This radar image from March 2, 2016, shows birds that were observed by radar along the Platte River in Nebraska. The birds are represented by the green and blue shadings near the red line, which is Interstate 80 along the Platte River in central Nebraska. Video taken the previous day verified the existence of a large number of sandhill cranes in the area, according to a Facebook post by the Rowe Sanctuary.

7. Grasshoppers and Beetles

Grasshoppers and beetles detected by radar near the border between Texas and Oklahoma on July 22, 2015.

The green and yellow radar echoes in this image from July 22, 2015, show grasshoppers and beetles detected by radar near the border between Texas and Oklahoma, according to a tweet sent by the NWS office in Norman, Oklahoma. Since the radar is very sensitive, you would not see a huge swarm at ground level, the NWS said.

8. Monarch Butterfly Migration

(National Weather Service Reno, Nevada)

The NWS office in Reno, Nevada, posted to Twitter on March 27, 2015, the radar image above that shows the spring migration of Monarch butterflies. These butterflies were spotted using a differential reflectivity scan, which is typically used to identify different types of precipitation, hail size and tornadic debris. As shown in the example above, it can also identify non-meteorological echoes such as birds and insects. In this case, the NWS says the differential reflectivity shows objects that are much wider than they are taller, or what you would expect from the body type of a butterfly.

9. Birds Migrating

Radar loop shows bird migration on April 12, 2012. Image credit: NOAA

Tom Niziol, winter weather expert at The Weather Channel, captured this radar image of migrating birds in western New York on the evening of April 12, 2012.

Niziol says, "On the animation above I have penciled in what I describe as 'bird front' to outline the leading edge of the bird migration as it heads from the south shores of both Lakes Erie and Ontario across the water just after sunset."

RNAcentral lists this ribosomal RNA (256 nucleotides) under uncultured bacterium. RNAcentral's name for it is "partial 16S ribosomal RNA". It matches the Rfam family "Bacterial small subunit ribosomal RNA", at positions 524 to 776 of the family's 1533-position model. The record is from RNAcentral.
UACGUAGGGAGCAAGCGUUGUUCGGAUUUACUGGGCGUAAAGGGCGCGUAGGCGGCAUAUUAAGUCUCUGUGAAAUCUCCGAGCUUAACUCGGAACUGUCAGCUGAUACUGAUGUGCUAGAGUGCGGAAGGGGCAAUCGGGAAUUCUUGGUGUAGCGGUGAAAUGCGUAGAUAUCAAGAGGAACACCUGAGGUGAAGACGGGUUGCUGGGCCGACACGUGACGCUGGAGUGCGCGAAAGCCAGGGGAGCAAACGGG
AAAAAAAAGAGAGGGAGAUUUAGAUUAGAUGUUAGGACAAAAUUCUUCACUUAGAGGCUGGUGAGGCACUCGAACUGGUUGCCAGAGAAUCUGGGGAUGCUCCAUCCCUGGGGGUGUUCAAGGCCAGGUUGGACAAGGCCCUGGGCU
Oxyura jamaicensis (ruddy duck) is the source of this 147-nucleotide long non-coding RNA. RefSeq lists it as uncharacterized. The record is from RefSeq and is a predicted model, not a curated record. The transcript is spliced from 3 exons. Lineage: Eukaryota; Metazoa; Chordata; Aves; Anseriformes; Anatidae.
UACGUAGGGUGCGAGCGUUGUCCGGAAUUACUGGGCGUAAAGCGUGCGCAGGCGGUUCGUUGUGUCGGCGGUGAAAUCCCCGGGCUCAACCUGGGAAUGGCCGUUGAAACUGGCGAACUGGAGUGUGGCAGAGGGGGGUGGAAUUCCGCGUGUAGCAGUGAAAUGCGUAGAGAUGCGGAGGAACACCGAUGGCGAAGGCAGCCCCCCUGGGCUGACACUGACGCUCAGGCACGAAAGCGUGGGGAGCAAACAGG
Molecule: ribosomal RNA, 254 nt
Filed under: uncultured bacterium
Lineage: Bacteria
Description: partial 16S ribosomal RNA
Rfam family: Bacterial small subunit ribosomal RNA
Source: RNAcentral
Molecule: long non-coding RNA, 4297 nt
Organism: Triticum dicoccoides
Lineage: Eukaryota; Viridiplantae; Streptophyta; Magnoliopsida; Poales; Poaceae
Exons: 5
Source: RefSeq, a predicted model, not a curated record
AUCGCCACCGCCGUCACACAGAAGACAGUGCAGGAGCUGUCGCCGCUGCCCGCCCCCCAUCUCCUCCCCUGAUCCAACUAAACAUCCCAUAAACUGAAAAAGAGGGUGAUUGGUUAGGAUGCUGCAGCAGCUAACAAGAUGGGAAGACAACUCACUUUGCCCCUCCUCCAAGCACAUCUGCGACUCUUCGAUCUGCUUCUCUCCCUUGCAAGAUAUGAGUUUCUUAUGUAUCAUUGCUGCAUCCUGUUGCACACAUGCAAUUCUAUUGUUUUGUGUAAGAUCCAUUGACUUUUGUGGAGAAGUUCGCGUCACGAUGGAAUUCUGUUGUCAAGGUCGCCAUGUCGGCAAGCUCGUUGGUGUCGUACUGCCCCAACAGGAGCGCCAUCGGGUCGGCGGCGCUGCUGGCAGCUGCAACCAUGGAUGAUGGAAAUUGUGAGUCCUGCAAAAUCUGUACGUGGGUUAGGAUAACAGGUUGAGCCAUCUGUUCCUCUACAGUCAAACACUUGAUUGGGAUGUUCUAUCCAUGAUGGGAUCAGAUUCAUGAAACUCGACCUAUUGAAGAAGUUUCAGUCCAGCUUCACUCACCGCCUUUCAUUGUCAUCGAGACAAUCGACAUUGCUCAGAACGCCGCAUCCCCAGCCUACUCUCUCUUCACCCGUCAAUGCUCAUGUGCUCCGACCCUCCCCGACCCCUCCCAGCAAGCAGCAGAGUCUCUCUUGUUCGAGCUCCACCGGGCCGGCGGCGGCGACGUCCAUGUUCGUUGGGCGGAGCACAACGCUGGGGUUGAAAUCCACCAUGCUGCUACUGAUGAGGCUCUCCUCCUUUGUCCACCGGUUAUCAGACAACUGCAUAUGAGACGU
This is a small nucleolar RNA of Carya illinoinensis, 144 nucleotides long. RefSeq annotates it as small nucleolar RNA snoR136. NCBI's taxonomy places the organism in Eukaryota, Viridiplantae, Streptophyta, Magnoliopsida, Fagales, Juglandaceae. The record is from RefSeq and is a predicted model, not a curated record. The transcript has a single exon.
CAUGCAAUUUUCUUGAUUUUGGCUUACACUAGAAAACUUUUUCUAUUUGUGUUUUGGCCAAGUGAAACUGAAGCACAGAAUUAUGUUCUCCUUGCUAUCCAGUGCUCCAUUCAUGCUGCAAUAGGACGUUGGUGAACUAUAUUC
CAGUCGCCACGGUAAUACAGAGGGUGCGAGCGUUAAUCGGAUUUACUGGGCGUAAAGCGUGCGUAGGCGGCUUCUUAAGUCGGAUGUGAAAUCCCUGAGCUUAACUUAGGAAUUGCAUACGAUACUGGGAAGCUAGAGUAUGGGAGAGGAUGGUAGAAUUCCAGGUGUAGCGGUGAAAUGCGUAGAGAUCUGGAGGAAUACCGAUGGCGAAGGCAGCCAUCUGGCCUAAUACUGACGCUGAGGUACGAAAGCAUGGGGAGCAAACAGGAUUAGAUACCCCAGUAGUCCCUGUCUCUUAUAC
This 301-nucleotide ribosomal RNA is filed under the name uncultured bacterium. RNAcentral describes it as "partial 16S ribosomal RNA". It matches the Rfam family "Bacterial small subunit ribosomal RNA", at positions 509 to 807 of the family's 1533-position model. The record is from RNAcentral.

You can read Tom's full article on this subject here.

10. Departing Train

NWS El Paso captures train leaving on radar.

Watch closely. Now, watch it again. That brief red streak moving to the northwest is actually a train leaving a terminal. The NWS office in El Paso captured it on its radar.

This is similar to how radar detected the interstate traffic earlier in this article.

11. Bugs 

Credit: National Weather Service Flagstaff, Ariz.

On April 30, 2013, the NWS office in Flagstaff, Arizona, grabbed this radar image detecting bugs in the green and blue shadings at the top left. The velocity image on the top right shows that the radar is able to track the direction of movement of these bugs.

12. Military Exercises

Credit: National Weather Service Jacksonville, Fla.

This image from the NWS office in Jacksonville, Florida, shows chaff in the narrow bands of green and blue radar echoes. Chaff are small pieces of aluminum which are released by military aircraft for self-defense to avoid radar detection.

13. California's Springs Fire

Image Credit: Gibson Ridge

On May 2, 2013, the smoke plume from the Springs fire near Camarillo, California, was picked up on radar. The smoke plume shows up in the green and blue shaded radar echoes south-southwest of Camarillo.

14. Wind Farm Interference

Turbines from the Bulter Ridge wind farm in Wisconsin mess with radar data.
(NWS Milwaukee/Sullivan)

Energy created by wind farms can mess with radar results. The Butler Ridge wind farm west of Milwaukee is one example. According to NWS Milwaukee/Sullivan, turbines stretch about 400 feet into the air, and sit within the line of sight of the NWS doppler radar in Jefferson County, Wisconsin.

"A small part of the electromagnetic energy radar beam sent from the radar is reflected back by the rotating turbines," the NWS said. "The radar processes this 'returned energy' as an area of precipitation and plots it accordingly on the map," which you can see circled in yellow.

MORE: Hurricane Hermine

The Weather Company’s primary journalistic mission is to report on breaking weather news, the environment and the importance of science to our lives. This story does not necessarily represent the position of our parent company, IBM.